Automatic Modular Based Fire Extinguisher
A System That Acts Before We Do Operation : Blot Fire Modular type fire extinguisher is designed to be operative, automatically. The unit is a stored pressure type with a mixture of ABC dry powder and dry nitrogen. as soon as fire reaches the specified temperature under it, the glass bulb shatters allowing the content to be released as a mist to cover a wide area.
Automatic fire suppression systems control and extinguish fires without human intervention. Examples of automatic systems include fire sprinkler system, gaseous fire suppression, and condensed aerosol fire suppression. When fires are extinguished in the early stages loss of life is minimal since 93% of all fire-related deaths occur once the fire has progressed beyond the early stages.
By definition, an automatic fire suppression system can operate without human intervention. To do so it must possess a means of detection, actuation and delivery. In many systems, detection is accomplished by mechanical or electrical means. Mechanical detection uses fusible-link or thermo-bulb detectors. These detectors are designed to separate at a specific temperature and release tension on a release mechanism. Electrical detection uses heat detectors equipped with self-restoring, normally-open contacts which close when a predetermined temperature is reached. Remote and local manual operation is also possible. Actuation usually involves either a pressurized fluid and a release valve, or in some cases an electric pump. Delivery is accomplished by means of piping and nozzles. Nozzle design is specific to the agent used and coverage desired.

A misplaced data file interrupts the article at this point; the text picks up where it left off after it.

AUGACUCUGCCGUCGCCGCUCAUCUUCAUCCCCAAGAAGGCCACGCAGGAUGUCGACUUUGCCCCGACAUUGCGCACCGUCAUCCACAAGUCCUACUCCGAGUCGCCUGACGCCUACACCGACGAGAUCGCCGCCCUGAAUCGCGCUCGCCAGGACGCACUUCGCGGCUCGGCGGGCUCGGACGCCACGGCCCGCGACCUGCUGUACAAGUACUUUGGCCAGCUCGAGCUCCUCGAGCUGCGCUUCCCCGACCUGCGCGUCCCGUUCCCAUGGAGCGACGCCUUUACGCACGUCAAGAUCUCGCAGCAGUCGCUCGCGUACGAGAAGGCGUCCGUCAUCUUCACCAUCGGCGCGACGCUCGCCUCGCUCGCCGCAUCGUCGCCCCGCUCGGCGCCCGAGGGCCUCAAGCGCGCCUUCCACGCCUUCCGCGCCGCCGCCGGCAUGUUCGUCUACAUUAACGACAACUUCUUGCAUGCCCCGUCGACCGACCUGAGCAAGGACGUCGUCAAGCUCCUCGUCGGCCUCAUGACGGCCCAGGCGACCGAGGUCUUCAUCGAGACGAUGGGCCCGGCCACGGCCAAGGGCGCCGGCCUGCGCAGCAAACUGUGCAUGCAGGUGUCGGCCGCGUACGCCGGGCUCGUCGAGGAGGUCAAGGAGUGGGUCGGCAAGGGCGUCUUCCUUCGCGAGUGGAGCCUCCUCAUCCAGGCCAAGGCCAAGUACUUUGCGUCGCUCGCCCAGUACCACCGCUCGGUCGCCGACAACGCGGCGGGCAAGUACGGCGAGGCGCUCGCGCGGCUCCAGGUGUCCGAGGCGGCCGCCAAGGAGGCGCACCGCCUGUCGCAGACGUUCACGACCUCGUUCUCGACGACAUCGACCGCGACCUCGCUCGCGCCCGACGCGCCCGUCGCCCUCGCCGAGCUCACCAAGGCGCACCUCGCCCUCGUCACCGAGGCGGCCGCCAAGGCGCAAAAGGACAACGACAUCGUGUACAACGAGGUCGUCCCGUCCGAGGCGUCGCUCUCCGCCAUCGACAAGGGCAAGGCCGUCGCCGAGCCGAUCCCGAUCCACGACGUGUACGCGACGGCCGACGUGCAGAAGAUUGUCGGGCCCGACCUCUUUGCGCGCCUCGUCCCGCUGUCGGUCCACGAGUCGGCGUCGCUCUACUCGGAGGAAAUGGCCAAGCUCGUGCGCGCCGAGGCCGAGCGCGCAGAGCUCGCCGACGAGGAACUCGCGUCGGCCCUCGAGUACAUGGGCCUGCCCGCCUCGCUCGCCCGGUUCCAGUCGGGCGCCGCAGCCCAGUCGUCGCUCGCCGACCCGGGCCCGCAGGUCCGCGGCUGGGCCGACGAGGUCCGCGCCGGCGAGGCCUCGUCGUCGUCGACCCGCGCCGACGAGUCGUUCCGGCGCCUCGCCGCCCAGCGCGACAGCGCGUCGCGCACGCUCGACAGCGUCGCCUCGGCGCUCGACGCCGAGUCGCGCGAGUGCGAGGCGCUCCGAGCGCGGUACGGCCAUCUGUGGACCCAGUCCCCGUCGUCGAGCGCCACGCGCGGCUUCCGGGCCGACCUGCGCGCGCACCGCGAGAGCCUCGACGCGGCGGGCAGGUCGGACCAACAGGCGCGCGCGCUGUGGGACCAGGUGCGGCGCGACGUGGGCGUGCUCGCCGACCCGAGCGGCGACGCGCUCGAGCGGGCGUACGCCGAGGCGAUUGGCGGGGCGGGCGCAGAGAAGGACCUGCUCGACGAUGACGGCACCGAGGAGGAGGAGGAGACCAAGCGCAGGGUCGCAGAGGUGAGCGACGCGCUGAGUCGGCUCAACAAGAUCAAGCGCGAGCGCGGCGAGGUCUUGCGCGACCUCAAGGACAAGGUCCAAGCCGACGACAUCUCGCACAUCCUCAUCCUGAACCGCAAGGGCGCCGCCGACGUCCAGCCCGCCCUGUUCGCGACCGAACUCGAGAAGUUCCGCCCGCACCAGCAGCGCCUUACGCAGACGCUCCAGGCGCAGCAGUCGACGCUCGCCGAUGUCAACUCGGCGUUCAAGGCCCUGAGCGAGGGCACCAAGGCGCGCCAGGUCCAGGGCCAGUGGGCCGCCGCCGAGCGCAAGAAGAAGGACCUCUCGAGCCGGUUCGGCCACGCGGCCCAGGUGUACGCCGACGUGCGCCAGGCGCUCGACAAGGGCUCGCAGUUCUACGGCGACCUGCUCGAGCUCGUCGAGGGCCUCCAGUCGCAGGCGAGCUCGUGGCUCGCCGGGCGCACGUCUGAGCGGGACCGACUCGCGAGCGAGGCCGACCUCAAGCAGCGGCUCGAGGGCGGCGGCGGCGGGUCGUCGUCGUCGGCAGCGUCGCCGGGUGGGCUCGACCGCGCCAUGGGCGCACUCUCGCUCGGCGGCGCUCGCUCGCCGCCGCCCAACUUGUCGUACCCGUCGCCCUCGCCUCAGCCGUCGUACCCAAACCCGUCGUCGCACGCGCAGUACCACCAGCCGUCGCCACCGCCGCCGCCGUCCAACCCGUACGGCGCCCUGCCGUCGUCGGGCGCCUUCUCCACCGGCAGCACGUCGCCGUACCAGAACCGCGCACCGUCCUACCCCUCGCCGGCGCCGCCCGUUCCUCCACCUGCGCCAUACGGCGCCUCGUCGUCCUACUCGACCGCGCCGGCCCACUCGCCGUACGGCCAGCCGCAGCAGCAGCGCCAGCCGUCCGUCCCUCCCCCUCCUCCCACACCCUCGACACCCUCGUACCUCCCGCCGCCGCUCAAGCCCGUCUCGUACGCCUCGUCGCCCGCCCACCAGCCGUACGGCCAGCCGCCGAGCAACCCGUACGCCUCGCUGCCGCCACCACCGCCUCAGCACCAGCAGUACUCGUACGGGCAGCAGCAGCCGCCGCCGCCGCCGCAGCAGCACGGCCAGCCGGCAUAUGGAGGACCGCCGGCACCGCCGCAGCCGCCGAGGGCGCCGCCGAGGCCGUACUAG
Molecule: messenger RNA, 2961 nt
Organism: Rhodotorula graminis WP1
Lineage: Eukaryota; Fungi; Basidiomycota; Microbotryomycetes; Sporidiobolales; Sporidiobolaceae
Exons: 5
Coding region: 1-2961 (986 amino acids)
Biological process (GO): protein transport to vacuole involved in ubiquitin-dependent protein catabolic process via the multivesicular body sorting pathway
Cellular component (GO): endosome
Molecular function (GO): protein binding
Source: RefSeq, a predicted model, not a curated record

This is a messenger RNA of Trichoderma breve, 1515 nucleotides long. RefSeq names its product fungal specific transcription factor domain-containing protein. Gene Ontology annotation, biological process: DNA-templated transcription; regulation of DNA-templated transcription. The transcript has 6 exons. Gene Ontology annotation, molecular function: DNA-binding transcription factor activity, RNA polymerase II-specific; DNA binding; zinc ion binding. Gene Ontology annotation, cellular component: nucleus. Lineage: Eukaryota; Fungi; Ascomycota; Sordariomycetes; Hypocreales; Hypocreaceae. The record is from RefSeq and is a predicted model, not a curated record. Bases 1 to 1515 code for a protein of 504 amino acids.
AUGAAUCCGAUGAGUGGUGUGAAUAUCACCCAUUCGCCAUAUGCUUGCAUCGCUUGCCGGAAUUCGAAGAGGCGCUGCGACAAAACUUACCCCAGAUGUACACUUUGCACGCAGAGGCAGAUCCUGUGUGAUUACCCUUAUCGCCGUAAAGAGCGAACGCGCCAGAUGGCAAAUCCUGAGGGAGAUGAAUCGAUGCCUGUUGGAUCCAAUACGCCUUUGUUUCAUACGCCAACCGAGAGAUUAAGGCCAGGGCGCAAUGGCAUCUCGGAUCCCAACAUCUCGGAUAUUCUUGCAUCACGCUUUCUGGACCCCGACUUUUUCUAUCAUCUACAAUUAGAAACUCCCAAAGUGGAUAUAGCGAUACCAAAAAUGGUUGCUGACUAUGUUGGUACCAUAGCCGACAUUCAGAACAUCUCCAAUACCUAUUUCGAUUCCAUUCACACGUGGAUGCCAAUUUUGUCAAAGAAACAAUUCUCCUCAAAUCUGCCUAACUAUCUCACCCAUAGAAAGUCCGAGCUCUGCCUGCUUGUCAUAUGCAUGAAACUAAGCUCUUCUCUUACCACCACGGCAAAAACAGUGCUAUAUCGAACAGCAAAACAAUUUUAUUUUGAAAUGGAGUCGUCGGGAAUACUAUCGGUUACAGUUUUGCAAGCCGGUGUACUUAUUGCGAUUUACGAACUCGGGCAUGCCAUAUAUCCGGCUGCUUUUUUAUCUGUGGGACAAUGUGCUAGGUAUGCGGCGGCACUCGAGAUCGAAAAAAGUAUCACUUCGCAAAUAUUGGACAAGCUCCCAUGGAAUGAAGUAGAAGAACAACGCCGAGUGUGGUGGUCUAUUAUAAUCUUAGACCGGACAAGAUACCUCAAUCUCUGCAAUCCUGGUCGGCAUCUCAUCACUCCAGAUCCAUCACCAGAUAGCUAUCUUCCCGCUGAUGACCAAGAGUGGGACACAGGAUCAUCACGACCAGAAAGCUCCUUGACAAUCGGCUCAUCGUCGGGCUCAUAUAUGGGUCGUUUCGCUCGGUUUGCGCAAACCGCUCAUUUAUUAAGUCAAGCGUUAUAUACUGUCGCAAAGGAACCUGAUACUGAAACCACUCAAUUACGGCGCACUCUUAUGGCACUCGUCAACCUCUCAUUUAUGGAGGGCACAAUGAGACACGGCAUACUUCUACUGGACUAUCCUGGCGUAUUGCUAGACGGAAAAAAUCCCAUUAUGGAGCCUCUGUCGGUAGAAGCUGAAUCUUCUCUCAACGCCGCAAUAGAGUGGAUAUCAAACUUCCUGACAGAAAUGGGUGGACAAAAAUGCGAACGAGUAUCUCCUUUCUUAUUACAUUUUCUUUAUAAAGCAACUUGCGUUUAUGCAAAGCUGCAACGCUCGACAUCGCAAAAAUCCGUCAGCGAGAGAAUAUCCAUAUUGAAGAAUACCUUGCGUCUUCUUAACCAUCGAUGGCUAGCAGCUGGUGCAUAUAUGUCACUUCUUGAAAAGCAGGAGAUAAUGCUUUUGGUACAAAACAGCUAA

According to the 2007 IPCC climate report, HFC-23 was the most abundant HFC in the global atmosphere until around 2001, which is when the global mean concentration of HFC-134a (1,1,1,2-tetrafluoroethane), the chemical now used extensively in automobile air conditioners, surpassed those of HFC-23. Global emissions of HFC-23 have in the past been dominated by the inadvertent production and release during the manufacture of the refrigerant HCFC-22 (chlorodifluoromethane). Data reported to the United Nations Framework Convention on Climate Change (UNFCCC) greenhouse gas emissions databases  indicate substantial decreases in developed or Annex 1 countries HFC-23 emissions from the 1990s to the 2000s (UNFCCC greenhouse gas emissions databases). The UNFCCC Clean Development Mechanism projects have provided funding and facilitated the destruction of HFC-23 co-produced from a portion of HCFC-22 produced in developing or non-Annex 1 countries since 2003. Developing countries have become the largest producers of HCFC-22 in recent years according to data compiled by the Ozone Secretariat of the World Meteorological Organization. Emissions of all HFCs are included in the UNFCCCs Kyoto Protocol. To mitigate its impact, CHF3 can be destroyed with electric plasma arc technologies or by high temperature incineration.